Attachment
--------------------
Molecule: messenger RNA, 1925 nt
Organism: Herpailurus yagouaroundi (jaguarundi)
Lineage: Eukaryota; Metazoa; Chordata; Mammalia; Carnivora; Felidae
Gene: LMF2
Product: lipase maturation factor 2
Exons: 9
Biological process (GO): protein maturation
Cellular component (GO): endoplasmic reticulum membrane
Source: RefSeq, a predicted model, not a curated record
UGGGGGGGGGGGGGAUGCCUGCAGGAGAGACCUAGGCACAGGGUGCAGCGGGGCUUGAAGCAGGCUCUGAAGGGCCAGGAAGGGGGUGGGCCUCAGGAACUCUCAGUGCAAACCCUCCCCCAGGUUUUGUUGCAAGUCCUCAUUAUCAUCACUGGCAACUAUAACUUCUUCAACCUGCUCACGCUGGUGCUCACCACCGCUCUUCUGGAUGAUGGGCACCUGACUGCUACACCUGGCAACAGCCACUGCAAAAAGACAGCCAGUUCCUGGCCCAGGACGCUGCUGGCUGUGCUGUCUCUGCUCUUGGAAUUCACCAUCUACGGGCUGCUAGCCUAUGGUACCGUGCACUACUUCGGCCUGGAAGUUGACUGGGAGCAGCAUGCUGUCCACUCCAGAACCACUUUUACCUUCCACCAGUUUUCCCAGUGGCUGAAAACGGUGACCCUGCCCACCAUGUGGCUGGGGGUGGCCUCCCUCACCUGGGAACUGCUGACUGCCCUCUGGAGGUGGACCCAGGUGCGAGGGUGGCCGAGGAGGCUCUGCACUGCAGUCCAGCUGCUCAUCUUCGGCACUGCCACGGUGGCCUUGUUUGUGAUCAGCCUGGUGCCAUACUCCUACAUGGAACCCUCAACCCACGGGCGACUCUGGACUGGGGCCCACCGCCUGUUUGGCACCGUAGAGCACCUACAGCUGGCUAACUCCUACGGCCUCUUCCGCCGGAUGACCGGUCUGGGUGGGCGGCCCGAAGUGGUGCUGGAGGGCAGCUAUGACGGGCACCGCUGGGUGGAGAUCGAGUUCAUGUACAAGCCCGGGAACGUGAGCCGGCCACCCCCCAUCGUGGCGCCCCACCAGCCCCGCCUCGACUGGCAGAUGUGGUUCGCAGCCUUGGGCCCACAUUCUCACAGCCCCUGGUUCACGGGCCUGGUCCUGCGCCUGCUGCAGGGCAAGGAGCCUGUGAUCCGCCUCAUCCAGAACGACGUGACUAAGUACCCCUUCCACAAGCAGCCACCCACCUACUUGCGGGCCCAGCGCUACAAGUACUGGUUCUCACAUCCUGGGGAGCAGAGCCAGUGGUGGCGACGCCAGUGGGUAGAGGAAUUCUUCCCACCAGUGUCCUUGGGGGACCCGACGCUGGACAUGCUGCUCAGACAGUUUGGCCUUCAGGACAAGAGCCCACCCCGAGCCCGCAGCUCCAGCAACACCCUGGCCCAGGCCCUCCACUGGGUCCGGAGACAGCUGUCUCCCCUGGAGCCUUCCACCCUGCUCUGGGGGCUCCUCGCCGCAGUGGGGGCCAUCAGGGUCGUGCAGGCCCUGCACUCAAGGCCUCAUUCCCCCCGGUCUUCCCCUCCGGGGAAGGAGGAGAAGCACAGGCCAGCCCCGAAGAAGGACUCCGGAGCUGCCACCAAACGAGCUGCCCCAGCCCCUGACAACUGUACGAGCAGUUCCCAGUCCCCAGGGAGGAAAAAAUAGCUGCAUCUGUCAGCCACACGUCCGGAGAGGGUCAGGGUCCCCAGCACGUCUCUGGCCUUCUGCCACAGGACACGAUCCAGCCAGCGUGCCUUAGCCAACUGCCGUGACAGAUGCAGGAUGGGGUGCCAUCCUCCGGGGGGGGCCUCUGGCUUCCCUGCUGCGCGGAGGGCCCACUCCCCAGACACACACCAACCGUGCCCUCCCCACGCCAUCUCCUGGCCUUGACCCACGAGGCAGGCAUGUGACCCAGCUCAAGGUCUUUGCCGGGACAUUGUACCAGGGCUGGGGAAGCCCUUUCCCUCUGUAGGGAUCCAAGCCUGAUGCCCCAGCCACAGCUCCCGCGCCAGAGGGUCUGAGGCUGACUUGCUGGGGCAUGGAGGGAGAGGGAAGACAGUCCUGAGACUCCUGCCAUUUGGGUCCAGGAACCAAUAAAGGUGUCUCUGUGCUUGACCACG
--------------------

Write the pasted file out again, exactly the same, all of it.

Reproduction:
Molecule: messenger RNA, 1925 nt
Organism: Herpailurus yagouaroundi (jaguarundi)
Lineage: Eukaryota; Metazoa; Chordata; Mammalia; Carnivora; Felidae
Gene: LMF2
Product: lipase maturation factor 2
Exons: 9
Biological process (GO): protein maturation
Cellular component (GO): endoplasmic reticulum membrane
Source: RefSeq, a predicted model, not a curated record
UGGGGGGGGGGGGGAUGCCUGCAGGAGAGACCUAGGCACAGGGUGCAGCGGGGCUUGAAGCAGGCUCUGAAGGGCCAGGAAGGGGGUGGGCCUCAGGAACUCUCAGUGCAAACCCUCCCCCAGGUUUUGUUGCAAGUCCUCAUUAUCAUCACUGGCAACUAUAACUUCUUCAACCUGCUCACGCUGGUGCUCACCACCGCUCUUCUGGAUGAUGGGCACCUGACUGCUACACCUGGCAACAGCCACUGCAAAAAGACAGCCAGUUCCUGGCCCAGGACGCUGCUGGCUGUGCUGUCUCUGCUCUUGGAAUUCACCAUCUACGGGCUGCUAGCCUAUGGUACCGUGCACUACUUCGGCCUGGAAGUUGACUGGGAGCAGCAUGCUGUCCACUCCAGAACCACUUUUACCUUCCACCAGUUUUCCCAGUGGCUGAAAACGGUGACCCUGCCCACCAUGUGGCUGGGGGUGGCCUCCCUCACCUGGGAACUGCUGACUGCCCUCUGGAGGUGGACCCAGGUGCGAGGGUGGCCGAGGAGGCUCUGCACUGCAGUCCAGCUGCUCAUCUUCGGCACUGCCACGGUGGCCUUGUUUGUGAUCAGCCUGGUGCCAUACUCCUACAUGGAACCCUCAACCCACGGGCGACUCUGGACUGGGGCCCACCGCCUGUUUGGCACCGUAGAGCACCUACAGCUGGCUAACUCCUACGGCCUCUUCCGCCGGAUGACCGGUCUGGGUGGGCGGCCCGAAGUGGUGCUGGAGGGCAGCUAUGACGGGCACCGCUGGGUGGAGAUCGAGUUCAUGUACAAGCCCGGGAACGUGAGCCGGCCACCCCCCAUCGUGGCGCCCCACCAGCCCCGCCUCGACUGGCAGAUGUGGUUCGCAGCCUUGGGCCCACAUUCUCACAGCCCCUGGUUCACGGGCCUGGUCCUGCGCCUGCUGCAGGGCAAGGAGCCUGUGAUCCGCCUCAUCCAGAACGACGUGACUAAGUACCCCUUCCACAAGCAGCCACCCACCUACUUGCGGGCCCAGCGCUACAAGUACUGGUUCUCACAUCCUGGGGAGCAGAGCCAGUGGUGGCGACGCCAGUGGGUAGAGGAAUUCUUCCCACCAGUGUCCUUGGGGGACCCGACGCUGGACAUGCUGCUCAGACAGUUUGGCCUUCAGGACAAGAGCCCACCCCGAGCCCGCAGCUCCAGCAACACCCUGGCCCAGGCCCUCCACUGGGUCCGGAGACAGCUGUCUCCCCUGGAGCCUUCCACCCUGCUCUGGGGGCUCCUCGCCGCAGUGGGGGCCAUCAGGGUCGUGCAGGCCCUGCACUCAAGGCCUCAUUCCCCCCGGUCUUCCCCUCCGGGGAAGGAGGAGAAGCACAGGCCAGCCCCGAAGAAGGACUCCGGAGCUGCCACCAAACGAGCUGCCCCAGCCCCUGACAACUGUACGAGCAGUUCCCAGUCCCCAGGGAGGAAAAAAUAGCUGCAUCUGUCAGCCACACGUCCGGAGAGGGUCAGGGUCCCCAGCACGUCUCUGGCCUUCUGCCACAGGACACGAUCCAGCCAGCGUGCCUUAGCCAACUGCCGUGACAGAUGCAGGAUGGGGUGCCAUCCUCCGGGGGGGGCCUCUGGCUUCCCUGCUGCGCGGAGGGCCCACUCCCCAGACACACACCAACCGUGCCCUCCCCACGCCAUCUCCUGGCCUUGACCCACGAGGCAGGCAUGUGACCCAGCUCAAGGUCUUUGCCGGGACAUUGUACCAGGGCUGGGGAAGCCCUUUCCCUCUGUAGGGAUCCAAGCCUGAUGCCCCAGCCACAGCUCCCGCGCCAGAGGGUCUGAGGCUGACUUGCUGGGGCAUGGAGGGAGAGGGAAGACAGUCCUGAGACUCCUGCCAUUUGGGUCCAGGAACCAAUAAAGGUGUCUCUGUGCUUGACCACG